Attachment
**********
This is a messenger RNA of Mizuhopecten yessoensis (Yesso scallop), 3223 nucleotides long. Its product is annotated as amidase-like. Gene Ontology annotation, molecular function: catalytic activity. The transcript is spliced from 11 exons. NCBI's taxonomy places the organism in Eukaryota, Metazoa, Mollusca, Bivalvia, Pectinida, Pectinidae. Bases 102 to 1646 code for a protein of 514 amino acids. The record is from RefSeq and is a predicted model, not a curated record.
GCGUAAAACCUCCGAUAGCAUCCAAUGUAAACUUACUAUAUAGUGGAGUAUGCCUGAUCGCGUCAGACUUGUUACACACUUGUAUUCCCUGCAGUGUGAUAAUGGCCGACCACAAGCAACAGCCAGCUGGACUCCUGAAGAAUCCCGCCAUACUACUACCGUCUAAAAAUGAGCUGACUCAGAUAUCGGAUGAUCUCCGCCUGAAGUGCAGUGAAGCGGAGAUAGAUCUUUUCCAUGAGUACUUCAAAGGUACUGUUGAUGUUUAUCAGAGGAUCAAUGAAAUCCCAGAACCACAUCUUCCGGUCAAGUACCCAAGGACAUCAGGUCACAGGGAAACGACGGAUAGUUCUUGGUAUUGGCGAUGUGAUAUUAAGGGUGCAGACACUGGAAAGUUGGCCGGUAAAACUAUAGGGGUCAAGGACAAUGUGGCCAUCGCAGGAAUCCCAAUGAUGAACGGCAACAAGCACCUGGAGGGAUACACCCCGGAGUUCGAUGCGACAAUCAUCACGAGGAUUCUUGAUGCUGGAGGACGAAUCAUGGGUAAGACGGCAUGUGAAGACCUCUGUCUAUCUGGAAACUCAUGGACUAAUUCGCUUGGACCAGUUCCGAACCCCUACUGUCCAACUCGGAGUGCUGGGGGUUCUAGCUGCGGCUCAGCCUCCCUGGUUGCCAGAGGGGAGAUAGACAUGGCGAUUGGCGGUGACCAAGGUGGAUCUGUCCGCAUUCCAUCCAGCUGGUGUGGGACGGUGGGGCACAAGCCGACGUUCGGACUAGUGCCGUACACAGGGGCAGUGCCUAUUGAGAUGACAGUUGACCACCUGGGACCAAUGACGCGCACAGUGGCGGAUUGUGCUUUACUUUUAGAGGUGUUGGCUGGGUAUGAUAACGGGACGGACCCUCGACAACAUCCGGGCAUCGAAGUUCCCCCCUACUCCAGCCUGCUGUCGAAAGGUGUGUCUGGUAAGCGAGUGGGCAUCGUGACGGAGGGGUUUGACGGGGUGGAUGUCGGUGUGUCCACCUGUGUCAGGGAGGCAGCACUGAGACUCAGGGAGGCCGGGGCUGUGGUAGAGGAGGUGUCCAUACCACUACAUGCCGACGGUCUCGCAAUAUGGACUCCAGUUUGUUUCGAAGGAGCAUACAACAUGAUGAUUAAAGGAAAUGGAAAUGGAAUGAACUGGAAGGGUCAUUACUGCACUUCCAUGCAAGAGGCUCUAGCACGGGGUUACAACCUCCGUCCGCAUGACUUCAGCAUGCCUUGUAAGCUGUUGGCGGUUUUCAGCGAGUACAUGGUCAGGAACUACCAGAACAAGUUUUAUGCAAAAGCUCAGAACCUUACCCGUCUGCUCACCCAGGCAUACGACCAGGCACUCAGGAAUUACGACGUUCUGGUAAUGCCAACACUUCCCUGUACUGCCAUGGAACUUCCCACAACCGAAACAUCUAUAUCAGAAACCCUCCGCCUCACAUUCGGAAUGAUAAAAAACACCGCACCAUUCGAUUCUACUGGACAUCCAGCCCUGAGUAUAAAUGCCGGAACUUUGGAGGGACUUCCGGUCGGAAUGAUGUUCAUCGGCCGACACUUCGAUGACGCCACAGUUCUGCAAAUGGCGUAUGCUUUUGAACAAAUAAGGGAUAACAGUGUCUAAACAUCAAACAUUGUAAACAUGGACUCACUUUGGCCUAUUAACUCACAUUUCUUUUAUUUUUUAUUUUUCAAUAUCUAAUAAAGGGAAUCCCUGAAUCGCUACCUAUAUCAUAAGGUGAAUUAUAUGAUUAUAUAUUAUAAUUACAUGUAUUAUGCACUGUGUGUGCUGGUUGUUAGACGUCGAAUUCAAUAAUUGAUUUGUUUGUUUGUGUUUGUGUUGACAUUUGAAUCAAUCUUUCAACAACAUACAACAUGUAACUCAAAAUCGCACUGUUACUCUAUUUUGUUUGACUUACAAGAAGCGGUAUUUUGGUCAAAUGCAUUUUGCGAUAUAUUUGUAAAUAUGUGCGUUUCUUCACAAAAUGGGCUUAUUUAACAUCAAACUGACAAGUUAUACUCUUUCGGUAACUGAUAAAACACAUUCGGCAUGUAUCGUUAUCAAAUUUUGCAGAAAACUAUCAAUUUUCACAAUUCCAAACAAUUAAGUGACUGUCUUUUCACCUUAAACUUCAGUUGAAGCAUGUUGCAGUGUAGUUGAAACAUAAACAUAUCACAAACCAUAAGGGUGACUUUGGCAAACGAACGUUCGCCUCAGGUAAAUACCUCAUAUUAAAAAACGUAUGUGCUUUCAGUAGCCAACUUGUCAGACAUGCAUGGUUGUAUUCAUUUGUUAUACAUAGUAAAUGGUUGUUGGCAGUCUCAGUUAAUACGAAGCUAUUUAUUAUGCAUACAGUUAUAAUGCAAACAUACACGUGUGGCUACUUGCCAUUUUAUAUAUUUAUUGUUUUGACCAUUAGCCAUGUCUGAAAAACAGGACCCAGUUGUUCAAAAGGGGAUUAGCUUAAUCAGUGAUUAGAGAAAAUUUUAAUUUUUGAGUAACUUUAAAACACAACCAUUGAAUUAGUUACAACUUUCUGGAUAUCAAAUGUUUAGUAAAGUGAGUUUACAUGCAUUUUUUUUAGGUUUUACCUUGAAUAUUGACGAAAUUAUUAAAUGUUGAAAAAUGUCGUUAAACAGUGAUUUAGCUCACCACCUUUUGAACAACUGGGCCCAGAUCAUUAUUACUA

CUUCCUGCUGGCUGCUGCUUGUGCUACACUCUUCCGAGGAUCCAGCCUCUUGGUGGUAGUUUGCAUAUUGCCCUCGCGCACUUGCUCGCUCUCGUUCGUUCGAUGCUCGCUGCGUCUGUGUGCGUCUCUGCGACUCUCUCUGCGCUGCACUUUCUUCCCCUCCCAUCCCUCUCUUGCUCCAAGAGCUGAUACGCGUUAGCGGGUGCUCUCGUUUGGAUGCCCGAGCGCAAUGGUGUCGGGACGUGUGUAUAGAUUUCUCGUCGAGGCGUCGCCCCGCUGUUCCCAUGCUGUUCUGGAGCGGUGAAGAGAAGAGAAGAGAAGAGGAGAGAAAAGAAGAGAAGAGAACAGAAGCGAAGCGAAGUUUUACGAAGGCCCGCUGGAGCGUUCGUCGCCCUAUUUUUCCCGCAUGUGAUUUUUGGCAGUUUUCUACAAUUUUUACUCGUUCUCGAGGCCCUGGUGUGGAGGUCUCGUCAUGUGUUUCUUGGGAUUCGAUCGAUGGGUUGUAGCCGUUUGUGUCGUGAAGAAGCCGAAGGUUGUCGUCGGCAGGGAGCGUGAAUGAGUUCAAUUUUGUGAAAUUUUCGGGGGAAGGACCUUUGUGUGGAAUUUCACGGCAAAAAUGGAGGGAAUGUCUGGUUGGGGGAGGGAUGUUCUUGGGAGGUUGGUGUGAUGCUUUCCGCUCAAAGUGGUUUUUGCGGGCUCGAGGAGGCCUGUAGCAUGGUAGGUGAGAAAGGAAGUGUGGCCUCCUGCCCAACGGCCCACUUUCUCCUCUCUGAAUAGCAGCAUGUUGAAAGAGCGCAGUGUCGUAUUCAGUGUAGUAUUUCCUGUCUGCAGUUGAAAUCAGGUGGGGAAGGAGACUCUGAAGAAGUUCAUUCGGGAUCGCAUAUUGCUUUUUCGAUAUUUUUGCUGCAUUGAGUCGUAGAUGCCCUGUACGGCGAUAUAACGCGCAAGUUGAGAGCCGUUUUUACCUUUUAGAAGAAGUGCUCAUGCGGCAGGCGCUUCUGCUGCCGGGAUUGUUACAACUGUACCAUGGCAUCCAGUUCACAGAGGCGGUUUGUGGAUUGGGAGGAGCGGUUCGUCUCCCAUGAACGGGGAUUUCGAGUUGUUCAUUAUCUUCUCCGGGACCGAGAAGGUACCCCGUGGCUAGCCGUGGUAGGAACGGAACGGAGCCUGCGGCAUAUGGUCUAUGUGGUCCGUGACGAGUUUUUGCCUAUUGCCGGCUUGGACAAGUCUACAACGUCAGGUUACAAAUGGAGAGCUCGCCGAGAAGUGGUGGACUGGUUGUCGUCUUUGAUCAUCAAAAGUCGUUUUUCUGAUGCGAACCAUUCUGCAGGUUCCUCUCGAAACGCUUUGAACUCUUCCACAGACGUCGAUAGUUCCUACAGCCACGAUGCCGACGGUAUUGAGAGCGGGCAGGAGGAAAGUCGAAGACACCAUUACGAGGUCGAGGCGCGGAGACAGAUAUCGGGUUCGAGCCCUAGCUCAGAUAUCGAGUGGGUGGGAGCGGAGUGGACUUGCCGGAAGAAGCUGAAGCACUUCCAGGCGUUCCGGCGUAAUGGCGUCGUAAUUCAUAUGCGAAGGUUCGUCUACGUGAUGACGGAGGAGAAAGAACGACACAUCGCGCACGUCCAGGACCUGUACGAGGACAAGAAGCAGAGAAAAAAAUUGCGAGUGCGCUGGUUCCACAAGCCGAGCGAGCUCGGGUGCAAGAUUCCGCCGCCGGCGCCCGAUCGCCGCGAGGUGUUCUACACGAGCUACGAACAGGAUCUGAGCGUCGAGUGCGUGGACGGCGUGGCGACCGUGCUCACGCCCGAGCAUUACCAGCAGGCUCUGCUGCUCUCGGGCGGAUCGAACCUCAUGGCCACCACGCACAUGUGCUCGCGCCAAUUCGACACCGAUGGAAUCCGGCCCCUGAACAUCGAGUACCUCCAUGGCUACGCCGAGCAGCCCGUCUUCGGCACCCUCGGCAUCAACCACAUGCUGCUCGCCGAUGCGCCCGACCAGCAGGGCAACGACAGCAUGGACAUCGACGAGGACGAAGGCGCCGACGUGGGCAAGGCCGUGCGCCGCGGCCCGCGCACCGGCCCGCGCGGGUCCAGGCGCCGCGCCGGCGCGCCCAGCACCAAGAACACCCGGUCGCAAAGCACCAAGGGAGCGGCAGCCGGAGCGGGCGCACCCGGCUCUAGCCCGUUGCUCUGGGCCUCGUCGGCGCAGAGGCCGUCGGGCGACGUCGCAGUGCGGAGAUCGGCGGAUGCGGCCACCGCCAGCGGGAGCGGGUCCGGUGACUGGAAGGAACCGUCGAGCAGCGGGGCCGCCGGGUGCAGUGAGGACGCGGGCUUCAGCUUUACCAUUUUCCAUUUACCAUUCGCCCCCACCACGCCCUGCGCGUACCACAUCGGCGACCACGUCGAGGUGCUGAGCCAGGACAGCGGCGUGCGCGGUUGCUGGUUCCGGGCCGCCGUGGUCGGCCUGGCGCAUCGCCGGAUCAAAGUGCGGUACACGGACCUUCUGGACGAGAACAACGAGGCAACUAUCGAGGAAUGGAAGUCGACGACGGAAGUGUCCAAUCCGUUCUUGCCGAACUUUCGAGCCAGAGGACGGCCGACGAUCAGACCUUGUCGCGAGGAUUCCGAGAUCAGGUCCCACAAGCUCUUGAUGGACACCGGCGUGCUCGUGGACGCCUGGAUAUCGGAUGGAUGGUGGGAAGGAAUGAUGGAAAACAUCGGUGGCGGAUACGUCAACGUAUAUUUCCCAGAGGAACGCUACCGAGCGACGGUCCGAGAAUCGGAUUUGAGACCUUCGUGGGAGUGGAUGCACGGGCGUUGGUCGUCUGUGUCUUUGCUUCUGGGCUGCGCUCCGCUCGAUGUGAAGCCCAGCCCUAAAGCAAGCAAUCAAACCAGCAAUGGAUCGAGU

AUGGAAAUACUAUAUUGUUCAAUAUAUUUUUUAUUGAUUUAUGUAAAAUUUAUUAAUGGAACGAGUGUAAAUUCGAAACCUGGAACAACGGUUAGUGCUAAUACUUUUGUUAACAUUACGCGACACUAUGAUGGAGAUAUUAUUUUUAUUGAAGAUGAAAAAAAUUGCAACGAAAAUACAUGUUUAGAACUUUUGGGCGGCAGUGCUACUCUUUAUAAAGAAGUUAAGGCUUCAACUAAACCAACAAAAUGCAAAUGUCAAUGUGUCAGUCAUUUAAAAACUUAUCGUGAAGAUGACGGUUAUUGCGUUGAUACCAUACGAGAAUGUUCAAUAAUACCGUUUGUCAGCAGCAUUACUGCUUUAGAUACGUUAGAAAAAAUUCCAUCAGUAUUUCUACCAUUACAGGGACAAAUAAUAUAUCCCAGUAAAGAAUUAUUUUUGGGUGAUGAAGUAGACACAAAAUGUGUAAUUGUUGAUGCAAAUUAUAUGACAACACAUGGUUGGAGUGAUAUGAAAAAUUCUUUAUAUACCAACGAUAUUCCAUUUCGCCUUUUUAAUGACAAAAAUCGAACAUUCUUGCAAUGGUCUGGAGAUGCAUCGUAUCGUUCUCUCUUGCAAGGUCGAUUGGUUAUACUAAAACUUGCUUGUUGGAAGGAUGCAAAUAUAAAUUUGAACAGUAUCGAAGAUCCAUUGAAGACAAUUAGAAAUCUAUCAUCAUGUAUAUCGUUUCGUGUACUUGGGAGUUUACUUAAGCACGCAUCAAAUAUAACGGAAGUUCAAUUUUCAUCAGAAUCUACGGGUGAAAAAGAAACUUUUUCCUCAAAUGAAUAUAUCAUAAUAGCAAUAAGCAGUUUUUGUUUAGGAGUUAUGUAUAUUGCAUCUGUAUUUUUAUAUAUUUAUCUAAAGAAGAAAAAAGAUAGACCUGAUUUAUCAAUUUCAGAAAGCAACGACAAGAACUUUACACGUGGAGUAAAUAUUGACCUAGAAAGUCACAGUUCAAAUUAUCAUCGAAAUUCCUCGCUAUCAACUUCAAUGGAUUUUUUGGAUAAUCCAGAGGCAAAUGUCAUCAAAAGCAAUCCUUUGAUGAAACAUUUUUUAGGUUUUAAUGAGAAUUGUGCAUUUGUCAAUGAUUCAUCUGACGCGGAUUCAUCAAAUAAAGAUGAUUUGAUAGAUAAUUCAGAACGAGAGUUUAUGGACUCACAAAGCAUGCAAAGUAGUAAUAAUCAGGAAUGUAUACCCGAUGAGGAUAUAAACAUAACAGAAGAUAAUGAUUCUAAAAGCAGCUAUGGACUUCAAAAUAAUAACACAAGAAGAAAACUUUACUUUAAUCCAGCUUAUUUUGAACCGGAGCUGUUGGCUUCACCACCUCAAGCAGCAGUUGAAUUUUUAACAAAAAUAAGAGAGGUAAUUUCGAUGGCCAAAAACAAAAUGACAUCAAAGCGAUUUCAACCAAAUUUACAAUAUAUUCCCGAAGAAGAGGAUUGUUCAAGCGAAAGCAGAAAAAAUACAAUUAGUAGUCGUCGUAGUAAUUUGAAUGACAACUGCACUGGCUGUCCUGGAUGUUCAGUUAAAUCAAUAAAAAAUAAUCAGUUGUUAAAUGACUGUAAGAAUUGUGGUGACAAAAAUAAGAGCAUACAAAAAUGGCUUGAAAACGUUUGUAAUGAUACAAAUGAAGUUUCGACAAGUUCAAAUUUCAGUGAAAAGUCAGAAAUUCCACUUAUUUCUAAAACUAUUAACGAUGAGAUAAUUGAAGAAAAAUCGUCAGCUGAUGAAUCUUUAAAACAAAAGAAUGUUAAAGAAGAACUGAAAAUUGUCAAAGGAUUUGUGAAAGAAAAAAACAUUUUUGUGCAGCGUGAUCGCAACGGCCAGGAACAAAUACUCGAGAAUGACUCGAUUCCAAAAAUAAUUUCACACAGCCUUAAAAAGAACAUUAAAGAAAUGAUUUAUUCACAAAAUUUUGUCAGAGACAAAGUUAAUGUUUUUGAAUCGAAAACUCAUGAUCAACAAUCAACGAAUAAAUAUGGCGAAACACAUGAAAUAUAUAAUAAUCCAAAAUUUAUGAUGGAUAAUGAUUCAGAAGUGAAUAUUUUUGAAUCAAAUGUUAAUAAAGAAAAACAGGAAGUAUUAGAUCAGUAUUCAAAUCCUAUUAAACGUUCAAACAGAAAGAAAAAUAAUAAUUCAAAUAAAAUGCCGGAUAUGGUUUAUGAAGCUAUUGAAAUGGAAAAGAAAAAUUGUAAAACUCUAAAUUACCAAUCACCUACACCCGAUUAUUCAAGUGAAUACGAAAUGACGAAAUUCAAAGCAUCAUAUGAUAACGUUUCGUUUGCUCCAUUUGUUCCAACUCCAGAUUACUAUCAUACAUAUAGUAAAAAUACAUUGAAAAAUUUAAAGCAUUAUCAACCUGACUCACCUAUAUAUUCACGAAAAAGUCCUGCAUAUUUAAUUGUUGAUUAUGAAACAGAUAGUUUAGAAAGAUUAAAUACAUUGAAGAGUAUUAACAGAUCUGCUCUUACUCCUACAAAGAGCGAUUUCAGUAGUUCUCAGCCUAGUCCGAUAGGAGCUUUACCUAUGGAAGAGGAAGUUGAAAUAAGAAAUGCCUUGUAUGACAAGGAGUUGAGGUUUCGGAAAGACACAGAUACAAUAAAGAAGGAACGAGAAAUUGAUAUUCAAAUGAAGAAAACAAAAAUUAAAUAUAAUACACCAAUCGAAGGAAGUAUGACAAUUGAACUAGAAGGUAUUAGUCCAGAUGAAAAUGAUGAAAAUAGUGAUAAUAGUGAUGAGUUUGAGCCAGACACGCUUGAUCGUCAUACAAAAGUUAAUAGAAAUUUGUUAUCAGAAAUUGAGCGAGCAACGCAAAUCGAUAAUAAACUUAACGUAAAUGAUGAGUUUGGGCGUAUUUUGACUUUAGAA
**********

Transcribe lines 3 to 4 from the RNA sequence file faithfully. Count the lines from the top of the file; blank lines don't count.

CUUCCUGCUGGCUGCUGCUUGUGCUACACUCUUCCGAGGAUCCAGCCUCUUGGUGGUAGUUUGCAUAUUGCCCUCGCGCACUUGCUCGCUCUCGUUCGUUCGAUGCUCGCUGCGUCUGUGUGCGUCUCUGCGACUCUCUCUGCGCUGCACUUUCUUCCCCUCCCAUCCCUCUCUUGCUCCAAGAGCUGAUACGCGUUAGCGGGUGCUCUCGUUUGGAUGCCCGAGCGCAAUGGUGUCGGGACGUGUGUAUAGAUUUCUCGUCGAGGCGUCGCCCCGCUGUUCCCAUGCUGUUCUGGAGCGGUGAAGAGAAGAGAAGAGAAGAGGAGAGAAAAGAAGAGAAGAGAACAGAAGCGAAGCGAAGUUUUACGAAGGCCCGCUGGAGCGUUCGUCGCCCUAUUUUUCCCGCAUGUGAUUUUUGGCAGUUUUCUACAAUUUUUACUCGUUCUCGAGGCCCUGGUGUGGAGGUCUCGUCAUGUGUUUCUUGGGAUUCGAUCGAUGGGUUGUAGCCGUUUGUGUCGUGAAGAAGCCGAAGGUUGUCGUCGGCAGGGAGCGUGAAUGAGUUCAAUUUUGUGAAAUUUUCGGGGGAAGGACCUUUGUGUGGAAUUUCACGGCAAAAAUGGAGGGAAUGUCUGGUUGGGGGAGGGAUGUUCUUGGGAGGUUGGUGUGAUGCUUUCCGCUCAAAGUGGUUUUUGCGGGCUCGAGGAGGCCUGUAGCAUGGUAGGUGAGAAAGGAAGUGUGGCCUCCUGCCCAACGGCCCACUUUCUCCUCUCUGAAUAGCAGCAUGUUGAAAGAGCGCAGUGUCGUAUUCAGUGUAGUAUUUCCUGUCUGCAGUUGAAAUCAGGUGGGGAAGGAGACUCUGAAGAAGUUCAUUCGGGAUCGCAUAUUGCUUUUUCGAUAUUUUUGCUGCAUUGAGUCGUAGAUGCCCUGUACGGCGAUAUAACGCGCAAGUUGAGAGCCGUUUUUACCUUUUAGAAGAAGUGCUCAUGCGGCAGGCGCUUCUGCUGCCGGGAUUGUUACAACUGUACCAUGGCAUCCAGUUCACAGAGGCGGUUUGUGGAUUGGGAGGAGCGGUUCGUCUCCCAUGAACGGGGAUUUCGAGUUGUUCAUUAUCUUCUCCGGGACCGAGAAGGUACCCCGUGGCUAGCCGUGGUAGGAACGGAACGGAGCCUGCGGCAUAUGGUCUAUGUGGUCCGUGACGAGUUUUUGCCUAUUGCCGGCUUGGACAAGUCUACAACGUCAGGUUACAAAUGGAGAGCUCGCCGAGAAGUGGUGGACUGGUUGUCGUCUUUGAUCAUCAAAAGUCGUUUUUCUGAUGCGAACCAUUCUGCAGGUUCCUCUCGAAACGCUUUGAACUCUUCCACAGACGUCGAUAGUUCCUACAGCCACGAUGCCGACGGUAUUGAGAGCGGGCAGGAGGAAAGUCGAAGACACCAUUACGAGGUCGAGGCGCGGAGACAGAUAUCGGGUUCGAGCCCUAGCUCAGAUAUCGAGUGGGUGGGAGCGGAGUGGACUUGCCGGAAGAAGCUGAAGCACUUCCAGGCGUUCCGGCGUAAUGGCGUCGUAAUUCAUAUGCGAAGGUUCGUCUACGUGAUGACGGAGGAGAAAGAACGACACAUCGCGCACGUCCAGGACCUGUACGAGGACAAGAAGCAGAGAAAAAAAUUGCGAGUGCGCUGGUUCCACAAGCCGAGCGAGCUCGGGUGCAAGAUUCCGCCGCCGGCGCCCGAUCGCCGCGAGGUGUUCUACACGAGCUACGAACAGGAUCUGAGCGUCGAGUGCGUGGACGGCGUGGCGACCGUGCUCACGCCCGAGCAUUACCAGCAGGCUCUGCUGCUCUCGGGCGGAUCGAACCUCAUGGCCACCACGCACAUGUGCUCGCGCCAAUUCGACACCGAUGGAAUCCGGCCCCUGAACAUCGAGUACCUCCAUGGCUACGCCGAGCAGCCCGUCUUCGGCACCCUCGGCAUCAACCACAUGCUGCUCGCCGAUGCGCCCGACCAGCAGGGCAACGACAGCAUGGACAUCGACGAGGACGAAGGCGCCGACGUGGGCAAGGCCGUGCGCCGCGGCCCGCGCACCGGCCCGCGCGGGUCCAGGCGCCGCGCCGGCGCGCCCAGCACCAAGAACACCCGGUCGCAAAGCACCAAGGGAGCGGCAGCCGGAGCGGGCGCACCCGGCUCUAGCCCGUUGCUCUGGGCCUCGUCGGCGCAGAGGCCGUCGGGCGACGUCGCAGUGCGGAGAUCGGCGGAUGCGGCCACCGCCAGCGGGAGCGGGUCCGGUGACUGGAAGGAACCGUCGAGCAGCGGGGCCGCCGGGUGCAGUGAGGACGCGGGCUUCAGCUUUACCAUUUUCCAUUUACCAUUCGCCCCCACCACGCCCUGCGCGUACCACAUCGGCGACCACGUCGAGGUGCUGAGCCAGGACAGCGGCGUGCGCGGUUGCUGGUUCCGGGCCGCCGUGGUCGGCCUGGCGCAUCGCCGGAUCAAAGUGCGGUACACGGACCUUCUGGACGAGAACAACGAGGCAACUAUCGAGGAAUGGAAGUCGACGACGGAAGUGUCCAAUCCGUUCUUGCCGAACUUUCGAGCCAGAGGACGGCCGACGAUCAGACCUUGUCGCGAGGAUUCCGAGAUCAGGUCCCACAAGCUCUUGAUGGACACCGGCGUGCUCGUGGACGCCUGGAUAUCGGAUGGAUGGUGGGAAGGAAUGAUGGAAAACAUCGGUGGCGGAUACGUCAACGUAUAUUUCCCAGAGGAACGCUACCGAGCGACGGUCCGAGAAUCGGAUUUGAGACCUUCGUGGGAGUGGAUGCACGGGCGUUGGUCGUCUGUGUCUUUGCUUCUGGGCUGCGCUCCGCUCGAUGUGAAGCCCAGCCCUAAAGCAAGCAAUCAAACCAGCAAUGGAUCGAGU

AUGGAAAUACUAUAUUGUUCAAUAUAUUUUUUAUUGAUUUAUGUAAAAUUUAUUAAUGGAACGAGUGUAAAUUCGAAACCUGGAACAACGGUUAGUGCUAAUACUUUUGUUAACAUUACGCGACACUAUGAUGGAGAUAUUAUUUUUAUUGAAGAUGAAAAAAAUUGCAACGAAAAUACAUGUUUAGAACUUUUGGGCGGCAGUGCUACUCUUUAUAAAGAAGUUAAGGCUUCAACUAAACCAACAAAAUGCAAAUGUCAAUGUGUCAGUCAUUUAAAAACUUAUCGUGAAGAUGACGGUUAUUGCGUUGAUACCAUACGAGAAUGUUCAAUAAUACCGUUUGUCAGCAGCAUUACUGCUUUAGAUACGUUAGAAAAAAUUCCAUCAGUAUUUCUACCAUUACAGGGACAAAUAAUAUAUCCCAGUAAAGAAUUAUUUUUGGGUGAUGAAGUAGACACAAAAUGUGUAAUUGUUGAUGCAAAUUAUAUGACAACACAUGGUUGGAGUGAUAUGAAAAAUUCUUUAUAUACCAACGAUAUUCCAUUUCGCCUUUUUAAUGACAAAAAUCGAACAUUCUUGCAAUGGUCUGGAGAUGCAUCGUAUCGUUCUCUCUUGCAAGGUCGAUUGGUUAUACUAAAACUUGCUUGUUGGAAGGAUGCAAAUAUAAAUUUGAACAGUAUCGAAGAUCCAUUGAAGACAAUUAGAAAUCUAUCAUCAUGUAUAUCGUUUCGUGUACUUGGGAGUUUACUUAAGCACGCAUCAAAUAUAACGGAAGUUCAAUUUUCAUCAGAAUCUACGGGUGAAAAAGAAACUUUUUCCUCAAAUGAAUAUAUCAUAAUAGCAAUAAGCAGUUUUUGUUUAGGAGUUAUGUAUAUUGCAUCUGUAUUUUUAUAUAUUUAUCUAAAGAAGAAAAAAGAUAGACCUGAUUUAUCAAUUUCAGAAAGCAACGACAAGAACUUUACACGUGGAGUAAAUAUUGACCUAGAAAGUCACAGUUCAAAUUAUCAUCGAAAUUCCUCGCUAUCAACUUCAAUGGAUUUUUUGGAUAAUCCAGAGGCAAAUGUCAUCAAAAGCAAUCCUUUGAUGAAACAUUUUUUAGGUUUUAAUGAGAAUUGUGCAUUUGUCAAUGAUUCAUCUGACGCGGAUUCAUCAAAUAAAGAUGAUUUGAUAGAUAAUUCAGAACGAGAGUUUAUGGACUCACAAAGCAUGCAAAGUAGUAAUAAUCAGGAAUGUAUACCCGAUGAGGAUAUAAACAUAACAGAAGAUAAUGAUUCUAAAAGCAGCUAUGGACUUCAAAAUAAUAACACAAGAAGAAAACUUUACUUUAAUCCAGCUUAUUUUGAACCGGAGCUGUUGGCUUCACCACCUCAAGCAGCAGUUGAAUUUUUAACAAAAAUAAGAGAGGUAAUUUCGAUGGCCAAAAACAAAAUGACAUCAAAGCGAUUUCAACCAAAUUUACAAUAUAUUCCCGAAGAAGAGGAUUGUUCAAGCGAAAGCAGAAAAAAUACAAUUAGUAGUCGUCGUAGUAAUUUGAAUGACAACUGCACUGGCUGUCCUGGAUGUUCAGUUAAAUCAAUAAAAAAUAAUCAGUUGUUAAAUGACUGUAAGAAUUGUGGUGACAAAAAUAAGAGCAUACAAAAAUGGCUUGAAAACGUUUGUAAUGAUACAAAUGAAGUUUCGACAAGUUCAAAUUUCAGUGAAAAGUCAGAAAUUCCACUUAUUUCUAAAACUAUUAACGAUGAGAUAAUUGAAGAAAAAUCGUCAGCUGAUGAAUCUUUAAAACAAAAGAAUGUUAAAGAAGAACUGAAAAUUGUCAAAGGAUUUGUGAAAGAAAAAAACAUUUUUGUGCAGCGUGAUCGCAACGGCCAGGAACAAAUACUCGAGAAUGACUCGAUUCCAAAAAUAAUUUCACACAGCCUUAAAAAGAACAUUAAAGAAAUGAUUUAUUCACAAAAUUUUGUCAGAGACAAAGUUAAUGUUUUUGAAUCGAAAACUCAUGAUCAACAAUCAACGAAUAAAUAUGGCGAAACACAUGAAAUAUAUAAUAAUCCAAAAUUUAUGAUGGAUAAUGAUUCAGAAGUGAAUAUUUUUGAAUCAAAUGUUAAUAAAGAAAAACAGGAAGUAUUAGAUCAGUAUUCAAAUCCUAUUAAACGUUCAAACAGAAAGAAAAAUAAUAAUUCAAAUAAAAUGCCGGAUAUGGUUUAUGAAGCUAUUGAAAUGGAAAAGAAAAAUUGUAAAACUCUAAAUUACCAAUCACCUACACCCGAUUAUUCAAGUGAAUACGAAAUGACGAAAUUCAAAGCAUCAUAUGAUAACGUUUCGUUUGCUCCAUUUGUUCCAACUCCAGAUUACUAUCAUACAUAUAGUAAAAAUACAUUGAAAAAUUUAAAGCAUUAUCAACCUGACUCACCUAUAUAUUCACGAAAAAGUCCUGCAUAUUUAAUUGUUGAUUAUGAAACAGAUAGUUUAGAAAGAUUAAAUACAUUGAAGAGUAUUAACAGAUCUGCUCUUACUCCUACAAAGAGCGAUUUCAGUAGUUCUCAGCCUAGUCCGAUAGGAGCUUUACCUAUGGAAGAGGAAGUUGAAAUAAGAAAUGCCUUGUAUGACAAGGAGUUGAGGUUUCGGAAAGACACAGAUACAAUAAAGAAGGAACGAGAAAUUGAUAUUCAAAUGAAGAAAACAAAAAUUAAAUAUAAUACACCAAUCGAAGGAAGUAUGACAAUUGAACUAGAAGGUAUUAGUCCAGAUGAAAAUGAUGAAAAUAGUGAUAAUAGUGAUGAGUUUGAGCCAGACACGCUUGAUCGUCAUACAAAAGUUAAUAGAAAUUUGUUAUCAGAAAUUGAGCGAGCAACGCAAAUCGAUAAUAAACUUAACGUAAAUGAUGAGUUUGGGCGUAUUUUGACUUUAGAA